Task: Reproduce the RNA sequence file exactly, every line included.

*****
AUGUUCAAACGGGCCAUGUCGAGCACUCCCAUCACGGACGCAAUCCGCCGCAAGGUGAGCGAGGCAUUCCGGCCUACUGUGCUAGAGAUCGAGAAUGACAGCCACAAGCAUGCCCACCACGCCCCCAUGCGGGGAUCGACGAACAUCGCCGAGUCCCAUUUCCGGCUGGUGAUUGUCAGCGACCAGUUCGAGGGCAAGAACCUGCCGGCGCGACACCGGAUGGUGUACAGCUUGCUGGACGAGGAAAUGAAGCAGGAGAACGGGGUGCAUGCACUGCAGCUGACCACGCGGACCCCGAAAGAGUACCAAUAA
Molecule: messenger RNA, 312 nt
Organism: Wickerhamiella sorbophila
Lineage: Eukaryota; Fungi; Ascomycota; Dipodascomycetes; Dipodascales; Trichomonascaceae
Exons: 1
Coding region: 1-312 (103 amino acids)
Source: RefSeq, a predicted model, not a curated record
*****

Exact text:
AUGUUCAAACGGGCCAUGUCGAGCACUCCCAUCACGGACGCAAUCCGCCGCAAGGUGAGCGAGGCAUUCCGGCCUACUGUGCUAGAGAUCGAGAAUGACAGCCACAAGCAUGCCCACCACGCCCCCAUGCGGGGAUCGACGAACAUCGCCGAGUCCCAUUUCCGGCUGGUGAUUGUCAGCGACCAGUUCGAGGGCAAGAACCUGCCGGCGCGACACCGGAUGGUGUACAGCUUGCUGGACGAGGAAAUGAAGCAGGAGAACGGGGUGCAUGCACUGCAGCUGACCACGCGGACCCCGAAAGAGUACCAAUAA
Molecule: messenger RNA, 312 nt
Organism: Wickerhamiella sorbophila
Lineage: Eukaryota; Fungi; Ascomycota; Dipodascomycetes; Dipodascales; Trichomonascaceae
Exons: 1
Coding region: 1-312 (103 amino acids)
Source: RefSeq, a predicted model, not a curated record